Don’t Call It A HSG

A sonohysterogram is actually a SHG, or I’ve heard some women call it an SSG, which seems like it isn’t correct but makes it a lot easier to avoid mixing up the two.  I can’t exactly figure out why you would do one over the other – except that my doctor only does SHGs and if you want an HSG you need to go to the hospital, and according to the cheat sheet of infertility pricing they gave me – an SHG is exorbitantly more expensive.  Basically, I’m looking forward to meeting my deductible this month. I also can’t seem to figure out if a SHG or an SHG is grammatically correct, considering ‘an’ sounds right to me, and ‘a’ seems to follow the rules of words, so I’m just going to bounce back and forth between the two before I decide what I think is best.

If you still don’t understand the difference between the two tests, considering I haven’t explained it at all, it’s that the HSG involves some sort of dye and an x-ray machine, and the SHG involves saline and an intravaginal ultrasound (if you start fertility treatments, you’re going to be hard-pressed to find a day that doesn’t involve the up close and personal ultrasound).  Regardless of which test you get assigned, you’ve probably heard one major rumor circling and that is: it hurts.  I had read forum after forum where everyone said it was the most painful thing in the world, and then I thought about my friends who nearly passed out when they got their IUDs put in and I thought, “Oh my God this is like the same exact thing – I’m going to cramp out and want to die.”  I mean, objects aren’t supposed to enter your cervix OR your uterus!  Everytime I think about what this actually involves, it still makes me squirm.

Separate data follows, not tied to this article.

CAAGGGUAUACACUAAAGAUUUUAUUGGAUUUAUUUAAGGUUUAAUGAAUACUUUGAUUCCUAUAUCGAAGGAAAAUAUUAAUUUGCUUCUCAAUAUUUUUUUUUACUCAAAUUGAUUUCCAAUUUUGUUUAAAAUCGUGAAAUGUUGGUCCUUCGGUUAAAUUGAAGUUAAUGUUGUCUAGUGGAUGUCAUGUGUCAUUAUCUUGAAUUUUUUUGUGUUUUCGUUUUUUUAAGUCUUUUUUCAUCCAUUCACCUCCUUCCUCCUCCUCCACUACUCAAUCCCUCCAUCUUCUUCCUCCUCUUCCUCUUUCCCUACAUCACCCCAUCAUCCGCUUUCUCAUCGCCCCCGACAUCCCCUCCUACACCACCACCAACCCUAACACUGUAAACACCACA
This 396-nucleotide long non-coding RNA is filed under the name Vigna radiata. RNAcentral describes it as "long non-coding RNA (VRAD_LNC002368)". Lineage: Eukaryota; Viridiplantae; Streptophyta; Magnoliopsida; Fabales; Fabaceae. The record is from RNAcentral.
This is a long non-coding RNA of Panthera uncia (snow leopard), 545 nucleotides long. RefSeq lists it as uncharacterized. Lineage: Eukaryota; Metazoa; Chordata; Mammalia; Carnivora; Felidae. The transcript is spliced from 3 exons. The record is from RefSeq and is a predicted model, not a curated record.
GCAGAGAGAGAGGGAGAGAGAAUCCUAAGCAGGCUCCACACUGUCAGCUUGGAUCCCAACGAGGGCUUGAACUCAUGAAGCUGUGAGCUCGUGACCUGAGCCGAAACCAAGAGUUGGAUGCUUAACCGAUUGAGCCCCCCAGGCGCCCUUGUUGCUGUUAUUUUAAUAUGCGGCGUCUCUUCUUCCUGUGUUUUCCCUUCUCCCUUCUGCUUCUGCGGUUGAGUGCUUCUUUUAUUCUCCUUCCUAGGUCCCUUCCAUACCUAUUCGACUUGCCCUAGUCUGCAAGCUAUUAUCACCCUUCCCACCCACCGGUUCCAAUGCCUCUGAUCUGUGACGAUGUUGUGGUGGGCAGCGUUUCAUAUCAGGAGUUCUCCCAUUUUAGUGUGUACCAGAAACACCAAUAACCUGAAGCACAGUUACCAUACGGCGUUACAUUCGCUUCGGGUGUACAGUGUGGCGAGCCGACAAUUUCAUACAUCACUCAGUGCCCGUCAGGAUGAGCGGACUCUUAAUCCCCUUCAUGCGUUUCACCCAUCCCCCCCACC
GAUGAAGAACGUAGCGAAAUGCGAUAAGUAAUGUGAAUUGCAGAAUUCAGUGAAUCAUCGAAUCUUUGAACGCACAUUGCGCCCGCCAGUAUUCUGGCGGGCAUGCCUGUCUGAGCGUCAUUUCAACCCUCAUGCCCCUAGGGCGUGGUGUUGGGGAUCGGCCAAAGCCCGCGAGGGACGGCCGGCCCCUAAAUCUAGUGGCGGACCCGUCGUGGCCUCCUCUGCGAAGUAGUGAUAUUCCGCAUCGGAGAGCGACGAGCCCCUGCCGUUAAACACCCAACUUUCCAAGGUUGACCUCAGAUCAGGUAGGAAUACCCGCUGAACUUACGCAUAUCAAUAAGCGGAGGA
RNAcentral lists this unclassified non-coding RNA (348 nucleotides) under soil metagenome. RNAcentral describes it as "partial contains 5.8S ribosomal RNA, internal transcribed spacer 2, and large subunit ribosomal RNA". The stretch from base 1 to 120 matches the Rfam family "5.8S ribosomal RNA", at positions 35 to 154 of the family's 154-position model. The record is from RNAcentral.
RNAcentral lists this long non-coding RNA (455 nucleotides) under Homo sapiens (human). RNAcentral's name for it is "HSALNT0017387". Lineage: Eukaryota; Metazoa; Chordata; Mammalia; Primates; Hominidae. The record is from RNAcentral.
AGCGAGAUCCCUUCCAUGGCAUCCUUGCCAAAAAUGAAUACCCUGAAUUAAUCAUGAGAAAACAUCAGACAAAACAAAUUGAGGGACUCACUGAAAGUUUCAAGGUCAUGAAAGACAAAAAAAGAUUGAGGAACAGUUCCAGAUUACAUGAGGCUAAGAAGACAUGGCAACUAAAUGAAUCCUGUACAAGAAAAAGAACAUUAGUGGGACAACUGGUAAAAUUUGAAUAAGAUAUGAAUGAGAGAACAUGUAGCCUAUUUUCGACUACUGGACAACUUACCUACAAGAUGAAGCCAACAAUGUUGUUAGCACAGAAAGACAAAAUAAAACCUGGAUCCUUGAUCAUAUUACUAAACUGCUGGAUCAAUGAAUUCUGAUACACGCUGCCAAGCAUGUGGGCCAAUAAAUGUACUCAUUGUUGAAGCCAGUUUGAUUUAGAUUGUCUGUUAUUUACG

Though I’m always in a perpetual state of anxiety, my nerves didn’t get the best of me until I walked into the ultrasound room and was greeted by this cart of supplies:

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I didn’t want to alarm anyone, but I was pretty sure my uterus couldn’t accommodate for that amount of saline.  Also, what the heck was this giant syringe – and where were they planning on putting it?! Per usual, Doctor Kate was late, so I was left to stare at the supply cart and also wonder why I took my socks off for this.  Twenty minutes into my wait, I was ready to wrap the paper around my waist and step out into the hall calling, “Hi! Just wanted to let you know I’m ready!” How long do they think it takes to remove your pants?? During that time I even got a confirmation text for my second ultrasound on Monday.  To which I responded “Confirmed – can you please send my doctor in?” Their fault for opening up that line of communication.

I was so on edge that I was afraid my crotch would clamp down during the procedure and someone was going to leave this appointment without a hand.  It’s a good thing they have you lay down on what I can only assume is an actual pee pad, so that if you pee a little out of nerves, no one will even notice!  How are you not supposed to be freaked out about power washing your tubes?

When Doctor Kate eventually came in, she thought she was being helpful when she said that if a tube is blocked, my other tube could go over and grab the egg from the ovary and ovulate with it, but then I couldn’t get the image of my tubes just floating their arms around like those inflatable men at car dealerships out of my head.